(wo)Man of La Mancha

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“Finally, from so little sleeping and so much reading, his brain dried up and he went completely out of his mind.” — Miguel de Cervantes, “Don Quixote de la Mancha”

I’ve always identified with this quote, partially because I think it describes what will inevitably happen to me someday. Books become so much a part of my reality that I’m terrified that, one day, I won’t be able to tell the two apart. You should have seen me after Cedric Diggory died. Or Sirius Black. Or Fred Weasley. Or after the whole ending of “Where the Red Fern Grows.” These books become personal, OK?

I’m hoping that because we went to Alcalá de Henares today, some of Cervantes’ writing brilliance will magically transfer to me. Hey, Don Quixote believed stranger things.

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There were other people here, I swear!

Alcalá de Henares is a bigger town than Toledo, but it somehow felt smaller. It was a very different environment because there weren’t souvenir shops on every street corner. It had more side streets packed with restaurants, as well as little boutiques full of clothing in every imaginable color. The major sites also seemed more spread out, which meant even more walking. (We’re averaging over 10 miles a day.)

Because we got to the city a bit on the late side, we walked around for a bit before we decided to grab lunch. Clare’s only requirement? That they serve bread.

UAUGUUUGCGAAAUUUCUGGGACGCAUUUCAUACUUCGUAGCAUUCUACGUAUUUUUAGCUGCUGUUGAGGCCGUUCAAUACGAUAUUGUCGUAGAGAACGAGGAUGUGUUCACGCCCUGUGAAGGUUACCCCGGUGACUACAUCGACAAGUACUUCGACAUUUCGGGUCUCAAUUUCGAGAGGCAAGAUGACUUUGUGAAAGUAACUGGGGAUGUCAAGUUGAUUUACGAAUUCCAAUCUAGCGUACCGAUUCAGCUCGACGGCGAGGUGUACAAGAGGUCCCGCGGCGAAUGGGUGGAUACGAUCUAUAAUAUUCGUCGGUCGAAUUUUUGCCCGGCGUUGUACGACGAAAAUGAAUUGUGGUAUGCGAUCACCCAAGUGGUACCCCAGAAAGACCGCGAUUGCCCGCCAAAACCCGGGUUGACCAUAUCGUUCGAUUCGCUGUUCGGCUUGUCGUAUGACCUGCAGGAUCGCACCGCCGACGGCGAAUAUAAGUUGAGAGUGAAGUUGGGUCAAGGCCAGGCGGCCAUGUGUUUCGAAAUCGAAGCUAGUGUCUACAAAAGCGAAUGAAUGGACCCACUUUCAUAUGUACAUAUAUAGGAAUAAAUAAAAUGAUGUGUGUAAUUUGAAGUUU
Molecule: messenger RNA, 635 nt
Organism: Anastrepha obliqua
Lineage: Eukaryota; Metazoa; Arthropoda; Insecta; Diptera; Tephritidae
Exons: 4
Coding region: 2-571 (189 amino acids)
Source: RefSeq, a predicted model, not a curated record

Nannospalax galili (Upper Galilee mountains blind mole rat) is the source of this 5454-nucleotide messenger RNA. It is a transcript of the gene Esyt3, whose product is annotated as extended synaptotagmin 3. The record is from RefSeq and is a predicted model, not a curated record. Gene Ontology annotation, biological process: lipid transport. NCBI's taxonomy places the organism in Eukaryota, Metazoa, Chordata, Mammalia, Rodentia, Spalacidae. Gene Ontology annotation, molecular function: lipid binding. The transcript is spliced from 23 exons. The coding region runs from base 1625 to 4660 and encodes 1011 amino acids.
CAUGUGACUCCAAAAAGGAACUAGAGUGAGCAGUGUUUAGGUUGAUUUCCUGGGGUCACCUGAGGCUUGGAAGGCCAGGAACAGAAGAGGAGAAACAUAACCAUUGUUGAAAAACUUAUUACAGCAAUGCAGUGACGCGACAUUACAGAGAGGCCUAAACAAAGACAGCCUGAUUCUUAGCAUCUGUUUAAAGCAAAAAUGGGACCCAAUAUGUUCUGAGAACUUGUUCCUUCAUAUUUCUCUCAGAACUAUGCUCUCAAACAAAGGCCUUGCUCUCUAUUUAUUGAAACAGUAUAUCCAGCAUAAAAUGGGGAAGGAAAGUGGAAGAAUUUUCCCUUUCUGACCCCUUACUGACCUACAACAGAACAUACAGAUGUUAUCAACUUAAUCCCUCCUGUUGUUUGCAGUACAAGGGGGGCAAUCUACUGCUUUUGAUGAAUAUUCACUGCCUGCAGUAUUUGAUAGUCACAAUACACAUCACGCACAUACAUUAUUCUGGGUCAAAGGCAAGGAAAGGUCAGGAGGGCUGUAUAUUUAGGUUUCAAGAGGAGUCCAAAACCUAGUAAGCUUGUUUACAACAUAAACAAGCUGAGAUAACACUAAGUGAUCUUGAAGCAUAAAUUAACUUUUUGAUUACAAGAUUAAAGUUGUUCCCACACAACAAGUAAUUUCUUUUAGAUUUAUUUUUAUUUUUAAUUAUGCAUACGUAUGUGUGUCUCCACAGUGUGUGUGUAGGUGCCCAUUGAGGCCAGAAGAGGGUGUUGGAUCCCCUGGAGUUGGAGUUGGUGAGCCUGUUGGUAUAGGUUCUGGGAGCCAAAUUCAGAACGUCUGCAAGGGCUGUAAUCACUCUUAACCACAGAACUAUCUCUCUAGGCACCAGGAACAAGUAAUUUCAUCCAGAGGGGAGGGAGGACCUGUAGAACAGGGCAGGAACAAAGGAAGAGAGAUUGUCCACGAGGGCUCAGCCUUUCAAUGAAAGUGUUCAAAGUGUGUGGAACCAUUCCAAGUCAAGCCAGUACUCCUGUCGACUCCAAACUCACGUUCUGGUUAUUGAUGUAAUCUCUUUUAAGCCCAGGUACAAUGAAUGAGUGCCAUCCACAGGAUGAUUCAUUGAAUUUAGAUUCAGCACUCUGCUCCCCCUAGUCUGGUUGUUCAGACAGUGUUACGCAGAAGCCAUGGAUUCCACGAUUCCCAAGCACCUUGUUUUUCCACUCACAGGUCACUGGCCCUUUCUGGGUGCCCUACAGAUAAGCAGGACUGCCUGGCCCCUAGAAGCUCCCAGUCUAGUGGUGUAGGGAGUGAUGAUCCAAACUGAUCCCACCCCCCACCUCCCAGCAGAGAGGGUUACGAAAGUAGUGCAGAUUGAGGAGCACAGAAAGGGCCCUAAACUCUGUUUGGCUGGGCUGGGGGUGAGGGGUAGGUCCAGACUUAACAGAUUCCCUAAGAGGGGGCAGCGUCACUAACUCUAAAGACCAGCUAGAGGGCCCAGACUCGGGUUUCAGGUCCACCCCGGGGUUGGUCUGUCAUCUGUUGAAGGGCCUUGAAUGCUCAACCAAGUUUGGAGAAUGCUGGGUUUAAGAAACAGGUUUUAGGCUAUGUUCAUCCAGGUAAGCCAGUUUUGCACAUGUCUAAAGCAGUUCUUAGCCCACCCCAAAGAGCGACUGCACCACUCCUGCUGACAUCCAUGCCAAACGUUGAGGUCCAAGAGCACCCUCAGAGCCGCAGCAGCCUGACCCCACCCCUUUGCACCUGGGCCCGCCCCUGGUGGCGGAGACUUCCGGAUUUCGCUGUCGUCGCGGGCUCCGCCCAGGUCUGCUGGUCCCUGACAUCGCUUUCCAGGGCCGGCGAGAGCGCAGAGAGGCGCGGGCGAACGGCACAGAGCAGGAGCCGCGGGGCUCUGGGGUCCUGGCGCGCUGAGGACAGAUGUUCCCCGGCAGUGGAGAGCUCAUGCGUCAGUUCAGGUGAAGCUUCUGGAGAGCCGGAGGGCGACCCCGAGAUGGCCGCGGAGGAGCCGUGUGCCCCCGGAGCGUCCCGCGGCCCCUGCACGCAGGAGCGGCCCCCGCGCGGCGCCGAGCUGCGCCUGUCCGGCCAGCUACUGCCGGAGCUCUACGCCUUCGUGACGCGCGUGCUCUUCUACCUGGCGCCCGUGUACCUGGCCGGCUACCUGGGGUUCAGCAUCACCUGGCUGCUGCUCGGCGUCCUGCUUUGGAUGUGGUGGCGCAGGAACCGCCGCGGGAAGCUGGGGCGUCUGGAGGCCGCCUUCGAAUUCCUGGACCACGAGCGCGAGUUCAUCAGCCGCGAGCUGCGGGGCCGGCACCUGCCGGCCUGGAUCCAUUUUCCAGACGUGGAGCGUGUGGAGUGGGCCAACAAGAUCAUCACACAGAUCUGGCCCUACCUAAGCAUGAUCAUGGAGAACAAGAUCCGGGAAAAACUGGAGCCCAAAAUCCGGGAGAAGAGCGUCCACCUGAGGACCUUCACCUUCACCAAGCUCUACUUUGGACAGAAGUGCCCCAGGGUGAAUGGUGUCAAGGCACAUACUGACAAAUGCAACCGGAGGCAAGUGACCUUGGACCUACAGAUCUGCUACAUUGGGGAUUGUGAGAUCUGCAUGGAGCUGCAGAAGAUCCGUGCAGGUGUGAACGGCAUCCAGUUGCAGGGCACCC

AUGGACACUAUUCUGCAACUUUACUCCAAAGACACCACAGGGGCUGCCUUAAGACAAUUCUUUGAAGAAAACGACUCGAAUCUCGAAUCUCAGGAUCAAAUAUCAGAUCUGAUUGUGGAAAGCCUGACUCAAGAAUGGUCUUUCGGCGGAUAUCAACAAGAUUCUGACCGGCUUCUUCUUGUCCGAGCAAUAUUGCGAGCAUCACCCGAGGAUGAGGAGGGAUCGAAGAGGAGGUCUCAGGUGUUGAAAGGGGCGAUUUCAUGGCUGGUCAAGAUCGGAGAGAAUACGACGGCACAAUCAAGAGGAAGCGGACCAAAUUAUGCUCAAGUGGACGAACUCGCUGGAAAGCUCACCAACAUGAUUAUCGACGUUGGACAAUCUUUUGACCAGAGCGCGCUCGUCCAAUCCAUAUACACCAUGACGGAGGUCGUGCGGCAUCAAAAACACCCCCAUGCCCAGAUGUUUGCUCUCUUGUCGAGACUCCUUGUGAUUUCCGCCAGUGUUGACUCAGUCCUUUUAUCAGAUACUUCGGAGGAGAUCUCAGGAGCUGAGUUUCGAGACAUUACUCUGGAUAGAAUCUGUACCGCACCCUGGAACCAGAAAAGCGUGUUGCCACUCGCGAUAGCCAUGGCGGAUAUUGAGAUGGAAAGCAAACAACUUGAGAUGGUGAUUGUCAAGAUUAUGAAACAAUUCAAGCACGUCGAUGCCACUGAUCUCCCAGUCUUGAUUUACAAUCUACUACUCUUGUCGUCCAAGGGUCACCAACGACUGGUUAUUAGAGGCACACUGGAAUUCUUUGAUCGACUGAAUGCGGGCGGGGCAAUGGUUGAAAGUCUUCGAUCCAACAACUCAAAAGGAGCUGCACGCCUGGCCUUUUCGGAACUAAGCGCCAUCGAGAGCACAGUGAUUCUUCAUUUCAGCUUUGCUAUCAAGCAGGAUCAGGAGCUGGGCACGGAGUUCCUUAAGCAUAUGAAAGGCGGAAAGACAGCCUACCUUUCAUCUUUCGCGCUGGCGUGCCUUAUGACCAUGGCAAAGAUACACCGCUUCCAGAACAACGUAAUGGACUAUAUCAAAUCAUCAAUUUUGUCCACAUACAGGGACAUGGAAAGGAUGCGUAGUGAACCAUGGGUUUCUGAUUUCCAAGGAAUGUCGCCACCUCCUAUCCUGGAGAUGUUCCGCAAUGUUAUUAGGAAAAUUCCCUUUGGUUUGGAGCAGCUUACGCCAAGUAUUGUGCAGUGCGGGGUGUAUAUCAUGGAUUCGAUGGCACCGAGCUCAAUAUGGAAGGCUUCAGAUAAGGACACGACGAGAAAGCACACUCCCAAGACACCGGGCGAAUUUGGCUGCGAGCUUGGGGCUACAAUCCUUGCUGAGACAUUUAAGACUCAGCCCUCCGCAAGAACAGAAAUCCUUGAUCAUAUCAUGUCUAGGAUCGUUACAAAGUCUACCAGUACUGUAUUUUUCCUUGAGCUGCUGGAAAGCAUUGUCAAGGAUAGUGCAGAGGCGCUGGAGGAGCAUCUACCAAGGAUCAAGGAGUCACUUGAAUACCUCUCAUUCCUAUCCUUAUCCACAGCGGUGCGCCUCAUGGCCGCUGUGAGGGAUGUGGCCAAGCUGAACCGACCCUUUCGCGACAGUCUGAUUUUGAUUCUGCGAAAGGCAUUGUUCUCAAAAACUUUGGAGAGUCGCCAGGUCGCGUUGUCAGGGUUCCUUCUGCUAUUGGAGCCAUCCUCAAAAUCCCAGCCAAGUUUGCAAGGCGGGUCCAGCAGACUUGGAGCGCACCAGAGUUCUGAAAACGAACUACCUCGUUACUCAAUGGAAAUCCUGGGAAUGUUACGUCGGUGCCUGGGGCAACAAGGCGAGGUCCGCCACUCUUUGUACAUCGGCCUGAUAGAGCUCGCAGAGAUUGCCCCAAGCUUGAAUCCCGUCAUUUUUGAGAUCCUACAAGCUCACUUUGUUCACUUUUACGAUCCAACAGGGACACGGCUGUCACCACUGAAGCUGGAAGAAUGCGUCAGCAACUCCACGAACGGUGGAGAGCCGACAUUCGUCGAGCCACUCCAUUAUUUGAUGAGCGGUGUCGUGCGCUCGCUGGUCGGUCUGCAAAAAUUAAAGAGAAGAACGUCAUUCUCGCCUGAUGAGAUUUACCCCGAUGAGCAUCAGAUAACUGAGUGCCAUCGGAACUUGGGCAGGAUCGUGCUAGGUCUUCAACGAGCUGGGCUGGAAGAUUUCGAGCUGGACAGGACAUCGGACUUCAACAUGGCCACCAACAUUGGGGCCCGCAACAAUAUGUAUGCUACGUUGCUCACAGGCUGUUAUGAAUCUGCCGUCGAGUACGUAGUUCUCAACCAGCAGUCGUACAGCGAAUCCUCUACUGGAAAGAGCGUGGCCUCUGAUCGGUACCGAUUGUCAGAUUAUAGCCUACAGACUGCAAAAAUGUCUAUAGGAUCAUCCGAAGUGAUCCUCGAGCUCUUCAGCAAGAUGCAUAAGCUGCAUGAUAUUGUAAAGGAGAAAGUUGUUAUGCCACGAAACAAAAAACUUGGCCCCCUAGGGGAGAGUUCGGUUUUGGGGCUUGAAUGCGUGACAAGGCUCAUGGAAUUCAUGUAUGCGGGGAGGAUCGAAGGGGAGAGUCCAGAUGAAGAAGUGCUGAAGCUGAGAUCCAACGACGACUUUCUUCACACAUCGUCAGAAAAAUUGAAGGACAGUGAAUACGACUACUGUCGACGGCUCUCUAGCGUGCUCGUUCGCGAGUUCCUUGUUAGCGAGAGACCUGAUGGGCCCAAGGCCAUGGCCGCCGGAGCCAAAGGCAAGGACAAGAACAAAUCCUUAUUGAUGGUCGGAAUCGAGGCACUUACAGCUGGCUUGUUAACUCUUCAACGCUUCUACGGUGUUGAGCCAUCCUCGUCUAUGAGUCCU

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Oops. Looks like we got photo-bombed!

We found a cute little place that seemed very low key (I’m still not used to the whole seat-yourself-rather-than-waiting-for-a-hostess thing), and it seemed to fit in with the charming atmosphere of the town. There was only one problem: The menu was unintelligible. And this from someone whose first language was actually Spanish.

I ended up just hoping that whatever I was ordering would be good. While I can read “Don Quixote” in Spanish, the menu still puzzled me. At one point, Clare looked at me and told me, “So, basically, what you’re saying is that right not my Spanish is just as good as yours is.”

Brat.

Sad thing was that she was kind of right.

Clare ordered “judías blancas con chorizo y bacón” and “pechugas de pollo villaroy.” Basically, she got a bean soup (she doesn’t really like beans) with sausage and bacon for her first course and what were essentially chicken tenders and fries for her second. (It was a bit more gourmet.) She really liked both courses, so I’ll remember that next time she refuses to eat beans.

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When confused about what to order, it helps that everything is delicious.

With so few recognizable words on the menu, I felt like an alien in a completely new land. The menu could have been in French or German for all I knew. So, I decided to get myself “salmorejo con jamón ibérico” and “codillo a la gallega.” The first dish was this delicious kind of cold, gazpacho-like soup made from tomatoes that is apparently a Spanish delicacy. Or, at least, that’s what Wikipedia told me. The next dish was incredibly salty and looked sort of raw, but we kept seeing people order it at the restaurant, so I guess I made a good decision. Even my cousin, who has lived in Spain for the past three-and-a-half years, didn’t know what “codillo a la gallega” was.

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The broth was salty and perfect for dipping (actually, dunking) my bread.

Turns out it was the part of a pigs leg right near the calf. Yum?

Then we got our dessert, flan and a chocolate cake. Those words were pretty easy to recognize, at least! Both were yummy — I’m pretty easy to please; chocolate almost always does the trick.

Next we were off to check out the house where Miguel de Cervantes grew up and where his genius was developed. Maybe if I lived in a house with a well I would have been a literary genius, too. Gosh, parents.